To evaluate the antioxidant properties of our compounds DPPH assay was conducted. EPs7630® showed a good dose-dependent free radical scavenging activity compared to EGCG as a positive control, resulting from the existence of polyphenolic compounds as well as 7-hydroxy derivatives coumarins in its structure. To examine the effect of polyphenols on the longevity as well as complicated phenotype of aging, the model organism C. elegans was applied. Polyphenols are a strong substance group, extending the life span in C.elegans (Wu et al, 2002; Ishii et al, 2004; Wilson et al, 2006; Abbas and Wink, 2009; Pietsch et al, 2009; Saul et al, 2009; Wei et al, in press). In this study, we investigated whether polyphenols of tannic acid as well as EPs7630® have the ability to delay aging and prolong life span in C. elegans. The correlation between these protective actions of polyphenols to their antioxidatant activity was also studied. Metal chelating, free radical scavenging and hydrogen donating alone or altogether are main mechanisms causing antioxidant features of natural compound as well as plant extract. Tannic acid and EPs7630® showed antioxidant activity in vitro using L-ascorbic acid and EGCG as positive controls (Abbas and Wink, 2009) (fig ?????). Treatment with EPs7630® (50 µg/ml) extended the life span of the wild type N2 as well as BA-17 [fem-1 (hc17)] worms. To further study the preventing effect of EPs7630® as an antioxidant against oxidative stress (in vivo), 50 µg/ml concentration of EPs7630® was applied to mev-1(kn1) mutants. The loss-of-function mutation in these worms leads to an excessive oxidative stress followed by a shorter life span compared to wild type N2 worms (Senoo-Matsuda et al, 2001).In the present study, EPs7630® (50 µg/ml) exposure increased the longevity of mev-1(kn1) mutants (Fig and Table ??????) confirmed that the antioxidant ability of EPs7630® is the trigger for longevity. Interestingly these results are consistent with the EGCG study in C.elegans (Abbas and Wink, 2009) demonstrated that mev-1(kn1) mutants benefit from the treatment with 55 µM concentration of EGCG.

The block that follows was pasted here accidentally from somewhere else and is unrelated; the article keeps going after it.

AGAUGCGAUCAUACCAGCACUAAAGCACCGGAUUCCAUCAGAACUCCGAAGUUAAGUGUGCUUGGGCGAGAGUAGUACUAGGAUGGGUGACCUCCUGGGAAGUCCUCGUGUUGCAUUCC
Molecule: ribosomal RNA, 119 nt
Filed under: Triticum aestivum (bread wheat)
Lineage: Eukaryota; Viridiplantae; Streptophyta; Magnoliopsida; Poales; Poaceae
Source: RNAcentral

also showed life span extension in mev-1(kn1) mutants which have a shorter life span compared to wild type N2 worms as a result of excessive oxidative stress (Senoo-Matsuda et al, 2001).
the worms with Tannic acid did not extend the life span in the mev-1(kn1) mutants
Tannic acid shows antimicrobial activity against E. coli (Chung et al, 1998; Kim et al, 2004).C. elegans utilizes E. coli as a food source. Therefore, It could be argued that